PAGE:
Legislatures do not mean things in the abstract; as Justice Holmes once put it, the right question is what they meant by what they said. “[A statute] does not disclose one meaning conclusively according to the laws of language. Thereupon we ask, not what this man meant, but what those words would mean in the mouth of a normal speaker of English, using them in the circumstances in which they were used․ But the normal speaker of English is merely a special variety, a literary form, so to speak, of our old friend the prudent man. He is external to the particular writer, and a reference to him as a criterion is simply another instance of the externality of the law․ We do not inquire what the legislature meant; we ask only what the statute means.” Oliver Wendell Holmes, Jr., The Theory of Legal Interpretation, 12 Harv. L.Rev. 417, 417–19 (1899), reprinted in his Collected Legal Papers 204, 207 (1920). What the McCaskill–Bond Amendment means is not hard to discern.
Here is all of the statutory text that matters:
(a) With respect to any covered transaction in volving two or more covered air carriers that results in the combination of crafts or classes that are subject to the Railway Labor Act (45 U.S.C. 151 et seq.), sections 3 and 13 of the labor protective provisions imposed by the Civil Aeronautics Board in the Allegheny–Mohawk merger (as published at 59 C.A.B. 45) shall apply to the integration of covered employees of the covered air carriers; [two exceptions are omitted as irrelevant]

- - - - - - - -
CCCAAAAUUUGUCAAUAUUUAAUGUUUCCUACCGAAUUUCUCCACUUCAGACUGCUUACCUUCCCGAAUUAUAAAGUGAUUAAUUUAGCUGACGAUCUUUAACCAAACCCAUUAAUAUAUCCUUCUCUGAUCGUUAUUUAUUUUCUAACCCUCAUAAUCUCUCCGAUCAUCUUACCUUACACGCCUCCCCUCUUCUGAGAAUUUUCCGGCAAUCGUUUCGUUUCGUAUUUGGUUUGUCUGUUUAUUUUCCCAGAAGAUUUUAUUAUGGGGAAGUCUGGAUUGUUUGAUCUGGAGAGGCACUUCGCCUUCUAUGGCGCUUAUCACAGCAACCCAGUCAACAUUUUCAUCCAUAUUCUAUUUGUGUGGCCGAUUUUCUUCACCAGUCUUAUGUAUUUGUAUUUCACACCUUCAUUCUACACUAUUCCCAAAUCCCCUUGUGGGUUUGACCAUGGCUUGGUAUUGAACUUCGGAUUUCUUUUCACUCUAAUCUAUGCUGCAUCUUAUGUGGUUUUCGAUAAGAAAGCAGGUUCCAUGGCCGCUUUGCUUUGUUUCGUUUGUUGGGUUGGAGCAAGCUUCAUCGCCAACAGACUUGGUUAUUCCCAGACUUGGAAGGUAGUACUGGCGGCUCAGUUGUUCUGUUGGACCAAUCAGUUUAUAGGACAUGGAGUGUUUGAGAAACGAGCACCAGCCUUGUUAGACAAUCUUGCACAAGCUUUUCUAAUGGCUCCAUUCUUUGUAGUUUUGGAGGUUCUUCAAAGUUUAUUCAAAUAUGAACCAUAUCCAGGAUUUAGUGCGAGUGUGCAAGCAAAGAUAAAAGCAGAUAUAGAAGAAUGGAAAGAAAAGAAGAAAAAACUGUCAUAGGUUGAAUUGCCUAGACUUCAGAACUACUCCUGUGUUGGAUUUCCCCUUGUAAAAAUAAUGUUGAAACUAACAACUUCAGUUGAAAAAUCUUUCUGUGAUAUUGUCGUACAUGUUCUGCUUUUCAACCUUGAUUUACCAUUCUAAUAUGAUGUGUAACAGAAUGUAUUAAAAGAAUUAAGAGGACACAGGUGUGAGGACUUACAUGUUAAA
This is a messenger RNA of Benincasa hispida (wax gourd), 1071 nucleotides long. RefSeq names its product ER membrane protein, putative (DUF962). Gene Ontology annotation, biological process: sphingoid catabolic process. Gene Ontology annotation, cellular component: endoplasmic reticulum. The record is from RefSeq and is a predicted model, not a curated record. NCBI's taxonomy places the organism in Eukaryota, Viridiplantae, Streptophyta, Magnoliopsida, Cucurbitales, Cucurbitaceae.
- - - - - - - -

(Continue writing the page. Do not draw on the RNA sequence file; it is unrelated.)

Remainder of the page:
(b) In this section, the following definitions apply:
(1) The term “air carrier” means an air carrier that holds a certificate issued under chapter 411 of title 49, United States Code.
(2) The term “covered air carrier” means an air carrier that is involved in a covered transaction․
(4) The term “covered transaction” means—
(A) a transaction for the combination of multiple air carriers into a single air carrier; and which
(B) involves the transfer of ownership or control of—
(i) 50 percent or more of the equity securities (as defined in section 101 of title 11, United States Code) of an air carrier; or